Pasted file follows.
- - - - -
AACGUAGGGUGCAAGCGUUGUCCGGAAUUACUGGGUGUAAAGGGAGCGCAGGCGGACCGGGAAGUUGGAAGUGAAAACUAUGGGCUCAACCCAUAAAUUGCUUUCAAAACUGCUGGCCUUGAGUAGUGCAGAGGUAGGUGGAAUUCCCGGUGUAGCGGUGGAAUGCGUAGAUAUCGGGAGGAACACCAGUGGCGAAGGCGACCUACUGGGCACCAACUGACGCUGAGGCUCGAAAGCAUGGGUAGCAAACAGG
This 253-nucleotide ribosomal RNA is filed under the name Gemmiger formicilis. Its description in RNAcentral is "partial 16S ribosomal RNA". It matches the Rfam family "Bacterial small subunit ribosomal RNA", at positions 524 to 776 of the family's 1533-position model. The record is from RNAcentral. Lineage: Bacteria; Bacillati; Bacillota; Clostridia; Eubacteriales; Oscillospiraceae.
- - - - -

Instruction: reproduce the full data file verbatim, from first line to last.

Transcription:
AACGUAGGGUGCAAGCGUUGUCCGGAAUUACUGGGUGUAAAGGGAGCGCAGGCGGACCGGGAAGUUGGAAGUGAAAACUAUGGGCUCAACCCAUAAAUUGCUUUCAAAACUGCUGGCCUUGAGUAGUGCAGAGGUAGGUGGAAUUCCCGGUGUAGCGGUGGAAUGCGUAGAUAUCGGGAGGAACACCAGUGGCGAAGGCGACCUACUGGGCACCAACUGACGCUGAGGCUCGAAAGCAUGGGUAGCAAACAGG
This 253-nucleotide ribosomal RNA is filed under the name Gemmiger formicilis. Its description in RNAcentral is "partial 16S ribosomal RNA". It matches the Rfam family "Bacterial small subunit ribosomal RNA", at positions 524 to 776 of the family's 1533-position model. The record is from RNAcentral. Lineage: Bacteria; Bacillati; Bacillota; Clostridia; Eubacteriales; Oscillospiraceae.